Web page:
Historically, Nevada has ranked nearly last in access to healthcare, spending on health programs, and doctors and nurses per capita. Too many people in our state cannot afford to see a doctor or get the lifesaving care they need. Even when people have insurance, they can’t get in to see their doctor in a timely manner or find a specialist without going out of state. Mental health statistics are even worse. We must invest in programs which lower the cost of care, increase access to quality, affordable insurance, and incentivize doctors and nurses to enter and stay in the profession here in Nevada. In 2021, the Nevada legislature created a public option for healthcare and this was an important first step in addressing these issues. While this plan will take years to properly implement, we need to ensure it is implemented in the most effective and impactful manner so all Nevadans have access to quality affordable health insurance.
The right to be a woman with freedom over her own body is under attack. Thanks to the actions of a radical far right Supreme Court, the right to medical privacy is no longer a guarantee and millions of women no longer have access to abortion care and other healthcare services. It now falls to state leaders to protect the rights of women in their communities and ensure that they can access the quality reproductive care that they need and deserve. Nevada is a pro-choice state and the right is enshrined in state law. Reproductive healthcare is a basic human right and I intend to protect and strengthen this fundamental right.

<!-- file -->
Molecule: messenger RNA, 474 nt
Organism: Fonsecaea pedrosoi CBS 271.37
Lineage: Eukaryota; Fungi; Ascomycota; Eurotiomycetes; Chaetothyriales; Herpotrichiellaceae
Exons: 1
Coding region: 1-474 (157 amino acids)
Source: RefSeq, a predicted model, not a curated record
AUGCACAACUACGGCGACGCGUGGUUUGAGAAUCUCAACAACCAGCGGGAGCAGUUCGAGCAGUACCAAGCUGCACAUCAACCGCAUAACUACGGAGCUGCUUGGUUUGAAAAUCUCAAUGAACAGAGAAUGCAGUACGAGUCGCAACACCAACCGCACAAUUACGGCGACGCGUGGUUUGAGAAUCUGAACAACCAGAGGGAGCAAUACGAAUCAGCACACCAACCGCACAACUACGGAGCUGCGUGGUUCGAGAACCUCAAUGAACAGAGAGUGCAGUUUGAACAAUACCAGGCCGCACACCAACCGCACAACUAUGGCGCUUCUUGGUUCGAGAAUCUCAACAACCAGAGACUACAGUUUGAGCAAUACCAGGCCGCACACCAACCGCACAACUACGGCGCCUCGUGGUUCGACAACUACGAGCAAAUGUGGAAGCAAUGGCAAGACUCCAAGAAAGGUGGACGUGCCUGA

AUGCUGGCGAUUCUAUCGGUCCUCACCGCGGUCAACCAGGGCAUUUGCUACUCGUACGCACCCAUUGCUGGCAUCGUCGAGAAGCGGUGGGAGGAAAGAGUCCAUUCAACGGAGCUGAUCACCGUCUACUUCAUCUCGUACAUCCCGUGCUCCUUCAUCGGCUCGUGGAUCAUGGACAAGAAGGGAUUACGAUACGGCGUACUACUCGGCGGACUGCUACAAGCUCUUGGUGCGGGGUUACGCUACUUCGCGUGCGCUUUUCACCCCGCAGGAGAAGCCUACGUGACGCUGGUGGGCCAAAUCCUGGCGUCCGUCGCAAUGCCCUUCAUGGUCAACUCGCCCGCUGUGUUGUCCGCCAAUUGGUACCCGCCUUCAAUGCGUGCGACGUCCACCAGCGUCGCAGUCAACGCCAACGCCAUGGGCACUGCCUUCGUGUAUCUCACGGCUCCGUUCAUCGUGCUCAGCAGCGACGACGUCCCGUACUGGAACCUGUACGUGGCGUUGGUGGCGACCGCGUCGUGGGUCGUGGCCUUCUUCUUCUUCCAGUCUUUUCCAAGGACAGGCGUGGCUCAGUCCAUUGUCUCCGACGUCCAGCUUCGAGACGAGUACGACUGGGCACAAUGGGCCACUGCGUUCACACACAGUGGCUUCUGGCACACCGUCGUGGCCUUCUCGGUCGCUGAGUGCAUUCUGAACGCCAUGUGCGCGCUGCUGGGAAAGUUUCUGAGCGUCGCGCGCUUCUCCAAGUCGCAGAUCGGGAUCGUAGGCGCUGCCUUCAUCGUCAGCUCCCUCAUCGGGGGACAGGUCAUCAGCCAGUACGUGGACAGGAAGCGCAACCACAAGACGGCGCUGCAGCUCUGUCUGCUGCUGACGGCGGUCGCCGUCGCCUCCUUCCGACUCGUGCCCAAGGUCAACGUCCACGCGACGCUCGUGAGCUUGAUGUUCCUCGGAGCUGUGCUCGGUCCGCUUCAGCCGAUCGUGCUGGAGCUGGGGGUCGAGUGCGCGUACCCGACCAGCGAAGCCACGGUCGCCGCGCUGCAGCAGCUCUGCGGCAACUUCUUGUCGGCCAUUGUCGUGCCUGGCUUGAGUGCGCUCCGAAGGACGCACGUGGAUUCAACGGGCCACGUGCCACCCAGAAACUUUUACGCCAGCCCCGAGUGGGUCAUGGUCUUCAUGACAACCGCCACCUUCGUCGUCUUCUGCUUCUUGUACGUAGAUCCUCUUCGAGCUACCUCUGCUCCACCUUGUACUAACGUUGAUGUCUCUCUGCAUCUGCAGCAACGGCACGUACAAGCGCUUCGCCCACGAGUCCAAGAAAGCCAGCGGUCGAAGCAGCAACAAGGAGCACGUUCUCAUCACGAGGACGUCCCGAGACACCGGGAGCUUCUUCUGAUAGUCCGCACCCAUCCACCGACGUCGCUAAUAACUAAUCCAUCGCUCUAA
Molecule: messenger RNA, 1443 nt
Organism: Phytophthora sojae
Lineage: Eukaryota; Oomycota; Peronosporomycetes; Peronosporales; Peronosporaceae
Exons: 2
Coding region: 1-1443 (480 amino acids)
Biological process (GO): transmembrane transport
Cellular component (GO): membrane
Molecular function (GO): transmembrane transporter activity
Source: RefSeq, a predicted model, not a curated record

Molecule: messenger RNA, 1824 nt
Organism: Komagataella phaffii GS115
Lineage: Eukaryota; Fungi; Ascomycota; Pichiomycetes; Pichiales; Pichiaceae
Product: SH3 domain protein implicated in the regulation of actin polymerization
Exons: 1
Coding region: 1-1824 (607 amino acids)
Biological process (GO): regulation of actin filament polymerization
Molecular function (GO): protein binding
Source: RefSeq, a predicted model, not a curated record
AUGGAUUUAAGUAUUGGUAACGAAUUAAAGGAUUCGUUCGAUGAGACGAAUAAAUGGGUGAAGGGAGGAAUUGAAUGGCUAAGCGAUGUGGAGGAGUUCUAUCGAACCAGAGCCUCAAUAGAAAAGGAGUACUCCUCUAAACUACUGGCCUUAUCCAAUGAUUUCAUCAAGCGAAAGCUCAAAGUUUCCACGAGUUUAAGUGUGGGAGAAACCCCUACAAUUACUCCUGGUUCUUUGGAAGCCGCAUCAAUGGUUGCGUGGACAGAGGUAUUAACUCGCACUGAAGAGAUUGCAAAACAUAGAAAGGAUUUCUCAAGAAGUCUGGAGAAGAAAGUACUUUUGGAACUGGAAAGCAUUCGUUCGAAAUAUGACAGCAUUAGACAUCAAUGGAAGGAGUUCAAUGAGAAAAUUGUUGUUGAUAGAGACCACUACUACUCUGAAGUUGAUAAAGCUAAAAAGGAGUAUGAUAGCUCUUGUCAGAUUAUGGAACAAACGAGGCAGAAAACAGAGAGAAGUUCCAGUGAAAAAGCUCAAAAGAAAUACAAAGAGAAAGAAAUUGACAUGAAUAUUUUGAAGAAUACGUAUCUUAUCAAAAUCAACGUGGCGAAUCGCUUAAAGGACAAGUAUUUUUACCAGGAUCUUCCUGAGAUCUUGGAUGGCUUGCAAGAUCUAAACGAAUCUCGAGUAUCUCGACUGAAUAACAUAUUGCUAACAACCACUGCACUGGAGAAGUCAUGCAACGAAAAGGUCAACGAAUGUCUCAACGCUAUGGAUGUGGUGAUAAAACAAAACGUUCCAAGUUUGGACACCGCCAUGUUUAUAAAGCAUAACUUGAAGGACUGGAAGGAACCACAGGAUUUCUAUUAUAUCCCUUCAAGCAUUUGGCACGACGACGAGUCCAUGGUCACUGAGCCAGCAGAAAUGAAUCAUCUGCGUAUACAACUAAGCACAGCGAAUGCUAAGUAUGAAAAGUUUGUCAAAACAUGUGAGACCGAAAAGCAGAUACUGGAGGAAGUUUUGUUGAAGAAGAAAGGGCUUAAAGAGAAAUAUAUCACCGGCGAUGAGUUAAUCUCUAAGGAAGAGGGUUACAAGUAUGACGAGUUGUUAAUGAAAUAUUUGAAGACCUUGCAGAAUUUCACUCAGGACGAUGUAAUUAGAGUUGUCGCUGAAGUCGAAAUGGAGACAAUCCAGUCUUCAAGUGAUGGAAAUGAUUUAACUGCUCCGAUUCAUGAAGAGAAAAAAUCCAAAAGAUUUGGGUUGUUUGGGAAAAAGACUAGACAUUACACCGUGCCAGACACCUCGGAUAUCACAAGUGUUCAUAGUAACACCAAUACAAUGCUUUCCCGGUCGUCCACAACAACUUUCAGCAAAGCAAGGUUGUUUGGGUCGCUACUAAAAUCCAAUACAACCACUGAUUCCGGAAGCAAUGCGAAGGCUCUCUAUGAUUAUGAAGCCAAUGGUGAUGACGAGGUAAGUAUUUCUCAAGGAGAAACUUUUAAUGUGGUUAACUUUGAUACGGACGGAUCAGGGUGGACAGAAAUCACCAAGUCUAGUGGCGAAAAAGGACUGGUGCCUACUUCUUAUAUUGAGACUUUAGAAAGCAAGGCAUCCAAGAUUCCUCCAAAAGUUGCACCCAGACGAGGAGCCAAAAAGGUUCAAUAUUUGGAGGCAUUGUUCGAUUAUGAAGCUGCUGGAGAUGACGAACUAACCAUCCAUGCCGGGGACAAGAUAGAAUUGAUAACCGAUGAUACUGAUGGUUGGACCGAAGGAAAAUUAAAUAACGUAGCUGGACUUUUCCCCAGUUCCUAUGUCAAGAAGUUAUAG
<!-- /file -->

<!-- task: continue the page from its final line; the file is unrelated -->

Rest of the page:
There are many candidates running for office this cycle who want to take away the rights of Nevadans and insert the government into private medical decisions. That is unacceptable. We need a leader who will fend off attacks on our personal freedoms and will ensure that every Nevada woman has the right to decide when, if, and how she wants to start a family. Moreover, due to the abortion bans implemented in many states, Nevada is likely to become a safe haven state for abortion care in the coming months and years. That is why I support measures that protect anyone seeking abortion services or other reproductive healthcare from punishment. Further, as thousands of out-of-state patients flood into our state, we must ensure that our current healthcare systems have the capacity to meet the new demand while also meeting the needs of Nevada patients.